Internal strife, coincidences, mistakes, and being arrested for carrying cash the untold story behind the Euler Finance hacker.

The hidden story of the Euler Finance hacker internal conflicts, coincidences, mistakes, and arrest for carrying cash.

Author: Ekin Genç; DL News; Translation: LianGuai0xxz

Key Points:

1. A man claiming to be behind the $200 million Euler Finance hack claims that he is currently in a prison in Paris.

2. The man, who identifies himself as Federico Jaime, claims that he hired a Spanish student to help him attack Euler, but there was a falling out between them.

3. Jaime said that his advisor tried to report them and there was a “disagreement” between them.

4. He claims that his intention is to return the funds to Euler and defends his use of Tornado Cash.

A few weeks ago, DL News contacted a 20-year-old Argentine named Federico Jaime, who claimed to be the mastermind behind the $200 million Euler Finance hack in March.

Through phone calls and Telegram, he revealed to DL News a convoluted and sometimes confusing story. He said he is currently in a prison in France after being arrested in May for carrying €200,000 in cash at a train station in Paris.

Jaime said that his current situation in France is only a “small money laundering case” and has nothing to do with his $200 million operation against the Euler protocol in March.

Jaime claims that the cash he was carrying was income from his online IT business with his father, as well as some fiat currency from the $2 million worth of cryptocurrencies he claimed to have withdrawn from Euler.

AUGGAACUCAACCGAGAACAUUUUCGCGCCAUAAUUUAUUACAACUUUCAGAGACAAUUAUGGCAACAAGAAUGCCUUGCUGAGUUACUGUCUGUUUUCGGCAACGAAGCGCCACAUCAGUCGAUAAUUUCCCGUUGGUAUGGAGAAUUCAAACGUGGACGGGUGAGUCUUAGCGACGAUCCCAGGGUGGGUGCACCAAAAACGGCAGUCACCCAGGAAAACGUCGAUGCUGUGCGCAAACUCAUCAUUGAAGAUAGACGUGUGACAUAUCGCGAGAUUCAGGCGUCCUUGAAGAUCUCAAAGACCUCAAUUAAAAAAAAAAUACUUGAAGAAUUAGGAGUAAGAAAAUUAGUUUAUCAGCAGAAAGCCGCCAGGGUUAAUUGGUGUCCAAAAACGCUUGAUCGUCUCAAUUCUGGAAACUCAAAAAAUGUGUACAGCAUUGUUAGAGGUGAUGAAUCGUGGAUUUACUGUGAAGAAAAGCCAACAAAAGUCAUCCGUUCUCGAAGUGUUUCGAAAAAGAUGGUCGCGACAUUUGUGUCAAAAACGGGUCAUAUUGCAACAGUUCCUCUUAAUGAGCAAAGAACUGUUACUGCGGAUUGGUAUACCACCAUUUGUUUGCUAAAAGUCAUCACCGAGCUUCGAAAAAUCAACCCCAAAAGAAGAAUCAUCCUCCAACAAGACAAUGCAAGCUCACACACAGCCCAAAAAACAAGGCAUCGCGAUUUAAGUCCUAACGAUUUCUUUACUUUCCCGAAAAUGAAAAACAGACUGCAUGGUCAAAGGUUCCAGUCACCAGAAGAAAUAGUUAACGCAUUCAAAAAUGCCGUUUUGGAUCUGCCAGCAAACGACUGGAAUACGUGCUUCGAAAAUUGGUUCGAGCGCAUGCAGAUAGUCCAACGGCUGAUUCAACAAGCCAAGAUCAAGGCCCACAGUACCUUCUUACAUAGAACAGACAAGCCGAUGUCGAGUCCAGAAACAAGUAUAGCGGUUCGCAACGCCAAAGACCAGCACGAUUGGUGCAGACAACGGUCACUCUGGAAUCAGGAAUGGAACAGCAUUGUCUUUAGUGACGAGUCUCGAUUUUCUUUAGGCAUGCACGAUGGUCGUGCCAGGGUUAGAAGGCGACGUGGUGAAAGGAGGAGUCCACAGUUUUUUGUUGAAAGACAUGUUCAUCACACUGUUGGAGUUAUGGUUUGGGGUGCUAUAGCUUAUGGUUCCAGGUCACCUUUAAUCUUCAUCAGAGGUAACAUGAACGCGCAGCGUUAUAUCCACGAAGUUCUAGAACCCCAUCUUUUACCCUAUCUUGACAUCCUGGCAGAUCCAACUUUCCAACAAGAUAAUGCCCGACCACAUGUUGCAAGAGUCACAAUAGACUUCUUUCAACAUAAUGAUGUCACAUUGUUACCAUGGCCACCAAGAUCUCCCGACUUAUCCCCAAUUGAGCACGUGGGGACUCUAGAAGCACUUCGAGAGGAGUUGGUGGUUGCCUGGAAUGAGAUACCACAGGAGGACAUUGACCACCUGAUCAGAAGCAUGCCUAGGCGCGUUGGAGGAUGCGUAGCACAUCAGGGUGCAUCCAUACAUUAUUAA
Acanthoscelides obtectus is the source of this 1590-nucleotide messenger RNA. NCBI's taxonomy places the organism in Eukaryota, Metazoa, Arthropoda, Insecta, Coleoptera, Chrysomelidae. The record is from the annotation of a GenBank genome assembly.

Jaime said that the reason given by the Euler team was that they believe the $2 million worth of Ether he had was tainted because it went through the encrypted mixing service Tornado Cash. The US government sanctioned Tornado Cash last year, and one of its developers is facing money laundering charges in the Netherlands.

Jaime could be facing more severe charges than just holding hundreds of thousands of euros.

Euler Finance is a decentralized finance lending protocol developed by Euler Labs based in the UK. It lost $200 million worth of cryptocurrencies on March 13, as Jaime (if he is indeed the main hacker as he claims) exploited a vulnerability in its code to divert investors’ deposits into his wallet.

Euler declined to comment on this article. On April 4, Euler stated that the hacker had returned “all recoverable funds”.

Jaime confirmed that he had returned most of the funds, but on March 17, he unknowingly sent $200,000 worth of Ether to the North Korean state-backed criminal group Lazarus Group, which has been sanctioned by the US Treasury Department.

In two weeks of conversation, Jaime explained why he attacked Euler and decided to publicly admit to being the mastermind behind the crime; why he was eager to talk about his situation with the media; and why transferring funds to North Korea was a “foolish mistake”.

Behind the Attack Incident?

Jaime claimed that he was being held in a low-security prison in Nanterre, a suburb of Paris, where riots broke out after a 17-year-old named Nahel Merzouk was shot by the police.

The French prisoner database is not publicly available. The prison authorities did not respond to requests for comment.